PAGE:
I was flipping through the pages of last Sunday’s newspaper when something caught my eye. It was a photo of a toddler sitting on a sofa, kissing the forehead of his baby sister, who was seated in his lap. The young boy was two-year-old Prince George of England, and the baby was his newborn sister, Princess Charlotte. The photo was taken by their mother.
The reason the photo grabbed my attention was not because it was such an adorable picture – although it certainly was. The reason was that in a dusty old photo album from when my kids were small, I have that exact same photo.
Not literally the same photo. But one that features my two-year-old son sitting on our sofa in the exact same pose, with his brand-new baby sister propped up in front of him, and with him leaning down to give her a kiss on the forehead.
I still remember taking that photo, and I wonder how many other mothers – especially those with children a few years apart in age – also have one. I would guess it’s quite a few.
I’m feeling a bit nostalgic about photos and families right now, and about the memories they inspire. I just returned from a visit to my hometown, where I attended my nephew’s graduation. In our family, he’s the youngest of his generation, so every occasion of his that we celebrate has an “end-of-an-era” feel to it. We take plenty of photos to mark the event, although now we do it on cell phones and digital cameras, and the pictures – mine, anyway – rarely make their way into an actual photo album.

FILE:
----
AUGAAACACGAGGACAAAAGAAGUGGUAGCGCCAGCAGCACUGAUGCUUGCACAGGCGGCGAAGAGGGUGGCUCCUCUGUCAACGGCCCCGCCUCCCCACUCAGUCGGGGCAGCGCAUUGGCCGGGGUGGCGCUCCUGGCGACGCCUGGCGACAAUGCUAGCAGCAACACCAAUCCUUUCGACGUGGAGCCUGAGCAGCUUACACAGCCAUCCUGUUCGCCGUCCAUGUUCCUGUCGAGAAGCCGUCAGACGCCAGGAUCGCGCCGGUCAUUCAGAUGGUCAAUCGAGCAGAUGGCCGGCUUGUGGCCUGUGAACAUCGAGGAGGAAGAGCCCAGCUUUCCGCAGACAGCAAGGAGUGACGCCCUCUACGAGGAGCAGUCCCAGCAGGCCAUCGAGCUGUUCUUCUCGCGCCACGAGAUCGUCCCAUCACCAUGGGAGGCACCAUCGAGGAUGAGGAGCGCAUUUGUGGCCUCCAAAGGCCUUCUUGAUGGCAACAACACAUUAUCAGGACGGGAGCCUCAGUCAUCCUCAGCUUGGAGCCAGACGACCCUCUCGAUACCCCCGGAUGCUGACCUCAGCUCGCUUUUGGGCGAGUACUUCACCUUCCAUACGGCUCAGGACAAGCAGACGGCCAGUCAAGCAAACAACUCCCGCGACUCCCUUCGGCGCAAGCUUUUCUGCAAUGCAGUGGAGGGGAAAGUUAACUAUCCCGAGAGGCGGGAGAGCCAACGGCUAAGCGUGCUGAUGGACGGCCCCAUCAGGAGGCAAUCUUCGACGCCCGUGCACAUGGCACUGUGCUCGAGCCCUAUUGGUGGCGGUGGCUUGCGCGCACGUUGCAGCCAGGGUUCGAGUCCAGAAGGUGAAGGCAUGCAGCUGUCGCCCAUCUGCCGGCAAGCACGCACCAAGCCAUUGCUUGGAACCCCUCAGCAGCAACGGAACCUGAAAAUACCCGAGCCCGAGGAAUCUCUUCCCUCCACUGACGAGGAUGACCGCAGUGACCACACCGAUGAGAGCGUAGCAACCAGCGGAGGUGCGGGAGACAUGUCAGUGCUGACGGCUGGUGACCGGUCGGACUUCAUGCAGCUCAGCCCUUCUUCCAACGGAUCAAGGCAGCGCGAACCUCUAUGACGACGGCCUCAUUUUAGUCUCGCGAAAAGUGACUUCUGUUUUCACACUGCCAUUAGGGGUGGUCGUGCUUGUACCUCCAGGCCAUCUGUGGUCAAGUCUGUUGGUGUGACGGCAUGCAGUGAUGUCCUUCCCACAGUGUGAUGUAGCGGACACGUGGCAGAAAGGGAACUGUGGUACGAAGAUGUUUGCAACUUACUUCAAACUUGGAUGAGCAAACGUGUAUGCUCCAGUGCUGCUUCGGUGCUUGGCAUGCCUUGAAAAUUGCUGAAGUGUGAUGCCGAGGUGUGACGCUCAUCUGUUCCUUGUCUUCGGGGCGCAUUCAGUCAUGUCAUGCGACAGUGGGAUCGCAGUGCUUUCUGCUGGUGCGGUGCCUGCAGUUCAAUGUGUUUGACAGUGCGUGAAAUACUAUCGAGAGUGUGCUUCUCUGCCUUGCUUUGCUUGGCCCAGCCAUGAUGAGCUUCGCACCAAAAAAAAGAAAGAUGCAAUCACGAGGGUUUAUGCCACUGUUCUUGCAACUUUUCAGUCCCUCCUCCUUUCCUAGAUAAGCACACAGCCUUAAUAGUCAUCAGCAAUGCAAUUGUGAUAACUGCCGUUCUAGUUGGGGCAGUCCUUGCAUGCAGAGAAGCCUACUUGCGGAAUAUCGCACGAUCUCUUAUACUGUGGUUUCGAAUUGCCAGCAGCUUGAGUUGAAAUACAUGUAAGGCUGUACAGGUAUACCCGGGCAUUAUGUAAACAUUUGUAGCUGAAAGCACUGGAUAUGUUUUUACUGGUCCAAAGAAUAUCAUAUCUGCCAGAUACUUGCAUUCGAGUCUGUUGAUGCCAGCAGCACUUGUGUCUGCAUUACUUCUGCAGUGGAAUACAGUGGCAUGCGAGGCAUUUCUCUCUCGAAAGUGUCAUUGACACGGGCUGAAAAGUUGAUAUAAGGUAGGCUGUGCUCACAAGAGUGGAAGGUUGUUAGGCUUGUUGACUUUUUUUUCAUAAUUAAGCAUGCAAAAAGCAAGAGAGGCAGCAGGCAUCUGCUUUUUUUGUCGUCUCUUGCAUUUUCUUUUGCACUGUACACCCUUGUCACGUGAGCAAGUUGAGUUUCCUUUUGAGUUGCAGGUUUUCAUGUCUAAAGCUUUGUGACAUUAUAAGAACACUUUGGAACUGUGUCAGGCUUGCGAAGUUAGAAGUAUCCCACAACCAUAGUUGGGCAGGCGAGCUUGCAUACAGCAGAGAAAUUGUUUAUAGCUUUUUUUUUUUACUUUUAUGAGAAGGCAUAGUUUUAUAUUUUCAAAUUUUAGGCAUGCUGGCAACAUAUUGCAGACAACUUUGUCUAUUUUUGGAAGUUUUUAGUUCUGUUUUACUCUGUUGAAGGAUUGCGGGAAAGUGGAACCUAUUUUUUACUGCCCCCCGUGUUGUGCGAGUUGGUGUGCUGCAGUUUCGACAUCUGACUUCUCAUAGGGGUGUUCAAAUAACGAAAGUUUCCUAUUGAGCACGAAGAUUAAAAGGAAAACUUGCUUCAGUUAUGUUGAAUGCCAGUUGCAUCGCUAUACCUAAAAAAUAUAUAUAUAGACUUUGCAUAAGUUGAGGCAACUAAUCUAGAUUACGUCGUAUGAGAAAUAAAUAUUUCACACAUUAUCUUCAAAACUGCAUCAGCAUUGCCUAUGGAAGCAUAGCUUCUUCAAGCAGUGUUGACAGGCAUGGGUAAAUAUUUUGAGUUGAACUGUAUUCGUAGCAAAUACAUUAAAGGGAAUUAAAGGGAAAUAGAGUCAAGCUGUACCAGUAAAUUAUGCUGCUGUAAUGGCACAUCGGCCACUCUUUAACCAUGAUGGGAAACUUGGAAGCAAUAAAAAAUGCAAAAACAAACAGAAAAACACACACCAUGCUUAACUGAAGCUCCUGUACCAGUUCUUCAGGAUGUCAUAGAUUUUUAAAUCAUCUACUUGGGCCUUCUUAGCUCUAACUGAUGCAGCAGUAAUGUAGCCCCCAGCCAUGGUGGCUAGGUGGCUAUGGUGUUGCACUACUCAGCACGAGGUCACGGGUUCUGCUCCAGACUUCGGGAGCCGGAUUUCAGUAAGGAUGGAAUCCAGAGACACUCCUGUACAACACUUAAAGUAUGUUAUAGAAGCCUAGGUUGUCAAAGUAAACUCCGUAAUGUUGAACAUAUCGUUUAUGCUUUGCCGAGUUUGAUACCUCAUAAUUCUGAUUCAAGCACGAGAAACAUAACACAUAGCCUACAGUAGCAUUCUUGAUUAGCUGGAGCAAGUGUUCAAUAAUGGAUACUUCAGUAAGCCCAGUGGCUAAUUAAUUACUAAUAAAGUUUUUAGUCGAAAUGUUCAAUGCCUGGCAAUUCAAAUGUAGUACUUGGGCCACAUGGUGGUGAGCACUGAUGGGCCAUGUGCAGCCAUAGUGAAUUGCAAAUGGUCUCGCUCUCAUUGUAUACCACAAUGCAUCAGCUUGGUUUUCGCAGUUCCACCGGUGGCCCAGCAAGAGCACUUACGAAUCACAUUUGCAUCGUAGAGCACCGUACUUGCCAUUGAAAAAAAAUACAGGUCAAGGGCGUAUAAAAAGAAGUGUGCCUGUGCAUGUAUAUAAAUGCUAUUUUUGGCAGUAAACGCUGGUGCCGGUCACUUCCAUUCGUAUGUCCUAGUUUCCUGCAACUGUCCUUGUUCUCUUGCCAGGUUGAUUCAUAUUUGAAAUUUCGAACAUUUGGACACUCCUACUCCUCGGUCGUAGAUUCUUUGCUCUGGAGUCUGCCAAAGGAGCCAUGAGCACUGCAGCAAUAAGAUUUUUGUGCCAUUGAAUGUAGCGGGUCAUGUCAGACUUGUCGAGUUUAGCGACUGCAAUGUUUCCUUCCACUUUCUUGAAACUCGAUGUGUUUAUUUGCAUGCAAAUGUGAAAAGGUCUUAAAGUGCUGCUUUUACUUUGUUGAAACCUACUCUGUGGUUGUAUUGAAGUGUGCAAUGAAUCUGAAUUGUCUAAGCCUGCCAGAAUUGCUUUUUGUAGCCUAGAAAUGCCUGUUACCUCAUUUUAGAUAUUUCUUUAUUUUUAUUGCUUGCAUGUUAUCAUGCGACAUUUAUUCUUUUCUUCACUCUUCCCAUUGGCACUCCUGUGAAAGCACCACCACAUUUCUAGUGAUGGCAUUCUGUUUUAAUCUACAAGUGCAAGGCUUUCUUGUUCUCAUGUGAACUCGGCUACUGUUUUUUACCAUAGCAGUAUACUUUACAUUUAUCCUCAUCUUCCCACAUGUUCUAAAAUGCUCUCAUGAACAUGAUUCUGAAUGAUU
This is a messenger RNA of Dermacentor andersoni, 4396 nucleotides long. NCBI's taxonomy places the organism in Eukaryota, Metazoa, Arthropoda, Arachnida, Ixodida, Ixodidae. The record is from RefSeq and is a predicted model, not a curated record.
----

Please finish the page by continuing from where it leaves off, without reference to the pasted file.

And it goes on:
While in town for the graduation, I took a walk past the house where I grew up, and where my dad lived until his death almost a year and a half ago. I thought of all the events and activities that took place there, and the photos that documented them. I hope members of the young family that lives there now are already generating photos – and memories – of their own.
During the weekend, I learned that a close friend of my dad’s passed away suddenly a few weeks ago. She was the mother of someone I went to school with, and our families at one time lived across the street from each other. One of the many things I loved and am going to miss about this dear lady is how – every time we saw each other in recent years – we shared and laughed at stories and memories from years gone by. And how she always referred to her sons, my sisters, and me, as “you kids” – never mind that we’re all in our 50’s and 60’s now.
Memories are snapshots in time. And I guess we don’t really need photographs to capture and keep them. Still, the photos are nice to have, especially when they immediately call to mind the people, the places, and the kiss-on-the-forehead moments that we never want to lose. And that we’ll treasure throughout our lives.
The column “Find Your Buried Treasure” appears weekly in the Chanhassen (MN) Villager. This column was published on June 11, 2015.
©Betty Liedtke, 2015
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